Currently, I'm carrying out evaluations of properties for heat-insulating coatings used on jet-engine turbine blades, researching fatigue strength of welded sections in hybrid-rocket tanks, and pursuing other such research activities. Hybrid rockets have garnered widespread attention in recent years because they enable safer launches than standard-type rockets. By continuing with my research into fatigue strength properties, I hope to facilitate more practical applications for and launches of these hybrid rockets.

Related Research Laboratory

■Astrophysics Theory

○Theoretical Research in Astrophysics (Ryo Yamazaki Research Laboratory)
◆ Instant of black hole birth. gamma ray burst sources
◆ Investigation of high-energy cosmic rays and high-energy gamma rays in celestial bodies
◆ Experiment-based astrophysics: re-creation of cosmic phenomena on earth


■Astrophysics Theory Experiments

○High-energy Phenomenon and Gravitational Wave Astronomy (Takanori Sakamoto Research Laboratory)
◆ Exploration of celestial body responses to gravity-wave-source electromagnetic waves
◆ Observational research of high-energy bursts in space

○High-energy Astrophysics and Transient Astronomy Research (Yoshida Atsumasa Laboratory)
◆ Observational research of astronomical phenomena using artificial satellites and other equipment, and development of related observation equipment and devices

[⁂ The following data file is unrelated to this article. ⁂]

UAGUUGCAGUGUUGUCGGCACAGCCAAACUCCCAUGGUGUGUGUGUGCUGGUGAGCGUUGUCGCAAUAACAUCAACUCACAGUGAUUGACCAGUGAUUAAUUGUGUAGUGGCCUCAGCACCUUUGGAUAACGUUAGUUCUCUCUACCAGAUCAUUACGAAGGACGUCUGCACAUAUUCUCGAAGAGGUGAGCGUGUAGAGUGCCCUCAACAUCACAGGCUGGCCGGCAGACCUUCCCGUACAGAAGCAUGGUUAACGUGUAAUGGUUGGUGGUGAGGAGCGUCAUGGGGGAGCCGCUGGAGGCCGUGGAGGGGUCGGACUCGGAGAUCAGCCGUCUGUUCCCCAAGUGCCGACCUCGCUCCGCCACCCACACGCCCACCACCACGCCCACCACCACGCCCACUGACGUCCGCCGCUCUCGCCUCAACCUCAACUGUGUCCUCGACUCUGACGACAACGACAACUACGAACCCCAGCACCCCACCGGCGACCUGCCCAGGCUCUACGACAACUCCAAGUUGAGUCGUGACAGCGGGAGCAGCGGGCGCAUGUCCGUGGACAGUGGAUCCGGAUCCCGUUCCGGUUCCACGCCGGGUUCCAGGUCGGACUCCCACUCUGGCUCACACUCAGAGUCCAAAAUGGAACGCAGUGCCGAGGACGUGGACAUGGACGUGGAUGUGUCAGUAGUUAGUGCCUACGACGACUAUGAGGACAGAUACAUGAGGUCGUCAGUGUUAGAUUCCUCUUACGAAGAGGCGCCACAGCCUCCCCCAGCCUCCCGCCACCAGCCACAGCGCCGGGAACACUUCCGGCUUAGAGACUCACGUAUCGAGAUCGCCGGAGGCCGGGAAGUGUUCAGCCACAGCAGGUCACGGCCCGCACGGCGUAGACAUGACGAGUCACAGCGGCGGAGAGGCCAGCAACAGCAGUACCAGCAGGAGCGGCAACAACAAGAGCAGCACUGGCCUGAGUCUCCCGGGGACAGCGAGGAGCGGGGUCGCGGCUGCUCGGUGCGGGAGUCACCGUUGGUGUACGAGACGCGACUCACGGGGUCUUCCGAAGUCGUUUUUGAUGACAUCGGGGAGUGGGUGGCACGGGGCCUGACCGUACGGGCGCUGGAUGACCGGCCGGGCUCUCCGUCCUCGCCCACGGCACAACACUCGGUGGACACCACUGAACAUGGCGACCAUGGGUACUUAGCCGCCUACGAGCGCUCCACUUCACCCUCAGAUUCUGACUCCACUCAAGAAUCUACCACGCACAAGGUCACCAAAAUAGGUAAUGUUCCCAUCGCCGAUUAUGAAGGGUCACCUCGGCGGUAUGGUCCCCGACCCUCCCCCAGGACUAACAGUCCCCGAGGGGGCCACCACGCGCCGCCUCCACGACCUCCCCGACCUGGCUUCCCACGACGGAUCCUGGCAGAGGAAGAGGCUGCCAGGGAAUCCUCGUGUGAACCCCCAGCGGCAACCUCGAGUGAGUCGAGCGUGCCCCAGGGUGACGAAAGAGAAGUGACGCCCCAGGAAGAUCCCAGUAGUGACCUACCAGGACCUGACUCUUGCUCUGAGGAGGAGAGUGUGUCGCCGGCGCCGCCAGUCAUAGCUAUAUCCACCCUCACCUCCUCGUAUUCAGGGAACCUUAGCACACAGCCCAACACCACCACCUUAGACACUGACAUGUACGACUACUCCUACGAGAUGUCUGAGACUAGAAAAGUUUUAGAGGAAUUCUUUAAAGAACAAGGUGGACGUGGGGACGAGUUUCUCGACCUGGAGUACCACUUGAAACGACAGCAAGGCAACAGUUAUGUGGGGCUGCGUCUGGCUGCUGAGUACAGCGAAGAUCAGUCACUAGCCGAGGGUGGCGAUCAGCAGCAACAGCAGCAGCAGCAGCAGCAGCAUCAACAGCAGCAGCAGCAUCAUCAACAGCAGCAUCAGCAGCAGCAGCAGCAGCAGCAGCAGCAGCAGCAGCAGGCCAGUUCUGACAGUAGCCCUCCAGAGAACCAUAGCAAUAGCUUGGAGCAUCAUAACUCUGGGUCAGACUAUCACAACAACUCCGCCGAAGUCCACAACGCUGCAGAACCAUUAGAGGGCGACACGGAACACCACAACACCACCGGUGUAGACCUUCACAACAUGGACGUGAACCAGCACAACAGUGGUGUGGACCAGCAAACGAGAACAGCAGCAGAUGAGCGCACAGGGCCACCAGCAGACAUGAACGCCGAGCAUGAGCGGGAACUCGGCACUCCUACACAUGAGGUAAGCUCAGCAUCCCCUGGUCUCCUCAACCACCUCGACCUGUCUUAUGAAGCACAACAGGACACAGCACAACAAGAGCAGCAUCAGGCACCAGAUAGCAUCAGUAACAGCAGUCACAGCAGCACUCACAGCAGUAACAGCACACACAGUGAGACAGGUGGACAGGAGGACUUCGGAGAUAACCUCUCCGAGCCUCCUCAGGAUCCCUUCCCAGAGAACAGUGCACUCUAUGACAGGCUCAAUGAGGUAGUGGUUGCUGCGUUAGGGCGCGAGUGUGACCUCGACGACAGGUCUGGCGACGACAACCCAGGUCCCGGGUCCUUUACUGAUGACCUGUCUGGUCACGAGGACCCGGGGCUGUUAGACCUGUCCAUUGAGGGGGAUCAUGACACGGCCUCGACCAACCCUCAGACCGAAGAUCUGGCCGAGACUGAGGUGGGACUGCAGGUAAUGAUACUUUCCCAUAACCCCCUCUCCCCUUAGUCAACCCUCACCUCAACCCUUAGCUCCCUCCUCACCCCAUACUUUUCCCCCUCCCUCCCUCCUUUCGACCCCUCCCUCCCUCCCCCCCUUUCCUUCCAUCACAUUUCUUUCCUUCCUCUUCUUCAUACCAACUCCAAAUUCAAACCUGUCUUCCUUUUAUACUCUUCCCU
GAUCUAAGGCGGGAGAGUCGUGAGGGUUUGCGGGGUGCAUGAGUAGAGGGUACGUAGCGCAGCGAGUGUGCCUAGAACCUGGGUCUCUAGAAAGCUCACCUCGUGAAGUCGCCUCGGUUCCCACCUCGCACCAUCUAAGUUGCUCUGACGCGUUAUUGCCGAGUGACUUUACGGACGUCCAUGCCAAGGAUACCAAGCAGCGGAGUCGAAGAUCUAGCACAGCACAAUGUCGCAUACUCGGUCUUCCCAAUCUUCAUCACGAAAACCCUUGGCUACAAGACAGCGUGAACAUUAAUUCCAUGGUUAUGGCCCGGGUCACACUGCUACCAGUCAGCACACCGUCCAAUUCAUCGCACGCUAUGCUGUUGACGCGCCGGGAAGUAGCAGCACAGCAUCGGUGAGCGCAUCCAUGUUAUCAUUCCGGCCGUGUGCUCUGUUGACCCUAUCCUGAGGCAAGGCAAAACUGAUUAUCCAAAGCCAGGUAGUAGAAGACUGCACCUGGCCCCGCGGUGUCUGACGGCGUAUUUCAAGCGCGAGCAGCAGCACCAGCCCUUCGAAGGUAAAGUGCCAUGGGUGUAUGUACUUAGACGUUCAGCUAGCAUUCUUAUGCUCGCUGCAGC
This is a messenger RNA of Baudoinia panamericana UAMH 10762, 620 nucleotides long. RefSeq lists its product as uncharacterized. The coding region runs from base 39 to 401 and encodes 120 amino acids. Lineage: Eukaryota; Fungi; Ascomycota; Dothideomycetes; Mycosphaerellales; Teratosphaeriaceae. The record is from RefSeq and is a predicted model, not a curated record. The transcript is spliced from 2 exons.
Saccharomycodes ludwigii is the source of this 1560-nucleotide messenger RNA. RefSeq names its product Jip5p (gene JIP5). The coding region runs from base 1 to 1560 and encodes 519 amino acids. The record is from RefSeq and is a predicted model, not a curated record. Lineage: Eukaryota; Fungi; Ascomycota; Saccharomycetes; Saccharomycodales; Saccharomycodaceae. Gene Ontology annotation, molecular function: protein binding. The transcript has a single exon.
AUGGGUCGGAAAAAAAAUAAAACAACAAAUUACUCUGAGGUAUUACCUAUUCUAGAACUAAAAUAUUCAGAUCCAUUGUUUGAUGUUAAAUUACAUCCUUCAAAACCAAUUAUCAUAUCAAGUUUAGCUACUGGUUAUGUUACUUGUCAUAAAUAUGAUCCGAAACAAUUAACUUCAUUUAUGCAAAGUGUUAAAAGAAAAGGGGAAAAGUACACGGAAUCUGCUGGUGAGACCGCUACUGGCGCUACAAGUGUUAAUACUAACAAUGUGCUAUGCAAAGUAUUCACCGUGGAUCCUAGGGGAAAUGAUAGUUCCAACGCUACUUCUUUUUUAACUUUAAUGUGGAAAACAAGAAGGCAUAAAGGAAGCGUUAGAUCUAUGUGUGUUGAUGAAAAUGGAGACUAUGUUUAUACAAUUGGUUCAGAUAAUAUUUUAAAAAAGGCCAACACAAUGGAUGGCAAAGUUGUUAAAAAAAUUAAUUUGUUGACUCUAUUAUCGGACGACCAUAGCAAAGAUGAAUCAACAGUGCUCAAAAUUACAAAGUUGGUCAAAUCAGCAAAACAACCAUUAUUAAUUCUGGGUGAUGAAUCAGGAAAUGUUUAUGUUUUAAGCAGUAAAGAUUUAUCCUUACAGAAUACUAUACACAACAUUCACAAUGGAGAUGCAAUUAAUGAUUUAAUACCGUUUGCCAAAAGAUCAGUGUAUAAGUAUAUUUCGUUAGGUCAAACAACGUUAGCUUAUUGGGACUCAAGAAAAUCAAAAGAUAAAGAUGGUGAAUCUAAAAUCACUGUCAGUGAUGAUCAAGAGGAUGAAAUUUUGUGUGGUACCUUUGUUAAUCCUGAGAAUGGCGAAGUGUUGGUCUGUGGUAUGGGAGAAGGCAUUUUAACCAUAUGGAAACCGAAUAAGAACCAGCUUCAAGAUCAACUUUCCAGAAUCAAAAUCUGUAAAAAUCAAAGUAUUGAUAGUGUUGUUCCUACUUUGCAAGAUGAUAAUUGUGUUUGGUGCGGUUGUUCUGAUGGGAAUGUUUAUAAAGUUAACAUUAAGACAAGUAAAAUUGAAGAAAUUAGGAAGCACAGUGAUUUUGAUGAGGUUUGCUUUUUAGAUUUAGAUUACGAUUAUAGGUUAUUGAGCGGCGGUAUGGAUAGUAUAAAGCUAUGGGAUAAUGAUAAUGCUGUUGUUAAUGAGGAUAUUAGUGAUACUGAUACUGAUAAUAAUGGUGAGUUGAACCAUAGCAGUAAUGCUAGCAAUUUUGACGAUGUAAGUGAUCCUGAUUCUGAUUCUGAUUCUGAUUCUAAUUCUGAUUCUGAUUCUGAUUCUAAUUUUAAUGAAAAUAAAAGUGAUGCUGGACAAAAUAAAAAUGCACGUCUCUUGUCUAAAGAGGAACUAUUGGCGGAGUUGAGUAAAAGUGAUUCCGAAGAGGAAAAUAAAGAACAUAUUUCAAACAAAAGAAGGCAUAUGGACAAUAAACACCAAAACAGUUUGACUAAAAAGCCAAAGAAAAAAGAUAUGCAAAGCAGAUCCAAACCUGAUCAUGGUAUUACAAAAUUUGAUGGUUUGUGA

◆ Observation-based research on sudden astronomical phenomena in the x-ray and gamma-ray spectra


■Others

○Machine Control Research (Yoshiki Sugawara Research Laboratory)
◆ Robot dynamics and control
◆ Spacecraft dynamics and control
◆ Multibody dynamics
◆ Analysis and control of flexible structures

○Fracture and Strength of Materials Laboratory (Shota Hasunuma Research Laboratory)
◆ Strength evaluations for materials used in bicycles, motorcycles and power generation equipment
◆ Fatigue breakdown and crack propagation research
◆ Development of fracture simulation technologies
◆ Nano- and micro-scale material testing

○Jet Propulsion Lab (Kazuhiko Yokota Research Laboratory)
◆ Aerospace engine fluid mechanics
◆ Aerospace projectile fluid mechanics
◆ Micro-engine fluid mechanics
◆ Micro-projectile fluid mechanics
◆ Flow-induced vibrations and flow-coupled vibrations

○Experimental Mechanics Research Group (Satoru Yoneyama Research Laboratory)
◆ Elucidation of mechanical behaviors for viscoelastic materials
◆ Measurements of stress and distortion in light and image processing
◆ Elucidation of crack propagation, bending and other phenomena
◆ Measurements of actual bridges' structural-element forms and displacements
◆ Evaluation of fracture mechanic parameters, plastic zone sizes, etc.